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TheBody.com/TheBodyPRO.com covers The 50th Interscience Conference on Antimicrobial Agents and Chemotherapy (ICAAC 2010)
  

A Slice of Atazanavir, but Hold the Ritonavir: Switch to Unboosted Dose Still Effective After 120 Weeks, With Good Lipid Findings

September 12, 2010

Switching from a regimen containing Reyataz (atazanavir) boosted with Norvir (ritonavir) to a regimen that cuts out the Norvir doesn't hurt the regimen's effectiveness and doesn't compromise its safety, according to 120-week results from a study presented at ICAAC 2010.

A study of such length is somewhat unusual among clinical trials comparing antiretroviral regimens. But uncertainty over the staying power of a regimen containing unboosted Reyataz led the study researchers to extend their trial about a year beyond its original end date.

Reyataz, a protease inhibitor, is one of the more common options out there for HIV-positive people starting their first treatment regimen. It's usually taken as a single, 300-mg pill once daily along with 100 mg of Norvir to help boost the regimen's effectiveness at suppressing viral load. But Norvir is also believed to carry its share of side effects: Shortly after people begin taking it, they may experience any number of gastrointestinal problems, such as nausea and diarrhea; and over the long term, Norvir may be associated with lipid problems, including elevated cholesterol and triglycerides.

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The ARIES study was designed to see whether people could safely switch from boosted Reyataz to unboosted Reyataz in hopes of avoiding some of those long-term side effects. Initially, the study enrolled 515 HIV-positive people who had never been on antiretrovirals and started them all on a regimen of Reyataz, Norvir and the drugs in the fixed-dose combination pill Epzicom (abacavir/3TC, Kivexa). Those who had an undetectable viral load after 36 weeks were then split into two groups; one continued the same regimen, while the other dropped the Norvir and began taking a higher dose of Reyataz (400 mg once daily). Previously released study results (at 84 weeks) showed that those who switched did as well as those who didn't. Here at ICAAC 2010, we saw "extended" results out to 120 weeks, involving a total of 369 people from the original study.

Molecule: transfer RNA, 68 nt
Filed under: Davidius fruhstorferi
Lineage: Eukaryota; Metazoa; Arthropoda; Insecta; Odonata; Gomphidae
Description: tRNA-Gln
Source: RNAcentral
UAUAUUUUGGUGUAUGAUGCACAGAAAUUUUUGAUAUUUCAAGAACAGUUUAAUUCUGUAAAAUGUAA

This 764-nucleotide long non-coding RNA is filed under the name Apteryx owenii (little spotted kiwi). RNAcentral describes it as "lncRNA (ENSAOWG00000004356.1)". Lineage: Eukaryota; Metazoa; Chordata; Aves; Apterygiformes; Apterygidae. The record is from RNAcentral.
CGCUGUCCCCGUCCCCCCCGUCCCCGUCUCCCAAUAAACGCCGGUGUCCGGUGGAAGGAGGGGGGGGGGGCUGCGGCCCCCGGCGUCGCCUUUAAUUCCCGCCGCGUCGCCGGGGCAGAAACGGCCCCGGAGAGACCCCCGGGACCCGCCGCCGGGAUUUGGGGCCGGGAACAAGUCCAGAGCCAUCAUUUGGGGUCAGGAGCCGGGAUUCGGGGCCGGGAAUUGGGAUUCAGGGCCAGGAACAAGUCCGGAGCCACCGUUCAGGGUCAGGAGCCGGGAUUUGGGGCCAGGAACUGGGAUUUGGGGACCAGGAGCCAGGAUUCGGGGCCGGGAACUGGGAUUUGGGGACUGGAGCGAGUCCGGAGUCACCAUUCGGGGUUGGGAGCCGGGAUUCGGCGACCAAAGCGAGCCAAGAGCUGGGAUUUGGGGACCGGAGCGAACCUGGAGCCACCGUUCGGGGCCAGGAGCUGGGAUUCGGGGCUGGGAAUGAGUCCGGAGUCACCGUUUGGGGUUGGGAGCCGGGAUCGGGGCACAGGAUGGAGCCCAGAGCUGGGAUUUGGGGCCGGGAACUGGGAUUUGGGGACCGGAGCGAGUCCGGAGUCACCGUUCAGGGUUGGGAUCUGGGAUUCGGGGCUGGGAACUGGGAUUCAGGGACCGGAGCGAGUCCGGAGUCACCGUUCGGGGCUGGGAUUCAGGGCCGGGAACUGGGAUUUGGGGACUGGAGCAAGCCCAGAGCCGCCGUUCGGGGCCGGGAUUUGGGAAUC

Those extended results continued to demonstrate that unboosted Reyataz was "non-inferior" to boosted Reyataz. The percentage of people with a viral load under 50 was virtually identical across both study arms (84 percent in the unboosted arm vs. 83 percent in the boosted arm). Three people in the unboosted arm (vs. four in the boosted arm) saw their regimens stop suppressing HIV; none of them showed any sign of major drug resistance to protease inhibitors, although that had been one of the concerns associated with cutting Norvir out of the equation. CD4 increases were identical across both arms (up 290, on average; about half of the study participants had started the trial with a CD4 count of 200 or less).

When comparing key side effects, the results were about as expected. Rates of gastrointestinal problems were similar across both arms, which makes sense, since the gastrointestinal effects associated with Norvir typically fade within the first several weeks. Unusually high levels of bilirubin, a possible indicator of liver function impairment that is sometimes associated with Reyataz, occurred less frequently in the unboosted arm (6 percent) than the boosted arm (14 percent). And unsurprisingly, lipid levels looked significantly better among people in the unboosted arm: Total cholesterol, LDL cholesterol and triglycerides all dropped significantly more in the unboosted arm than in the boosted arm (where those values usually tended to rise).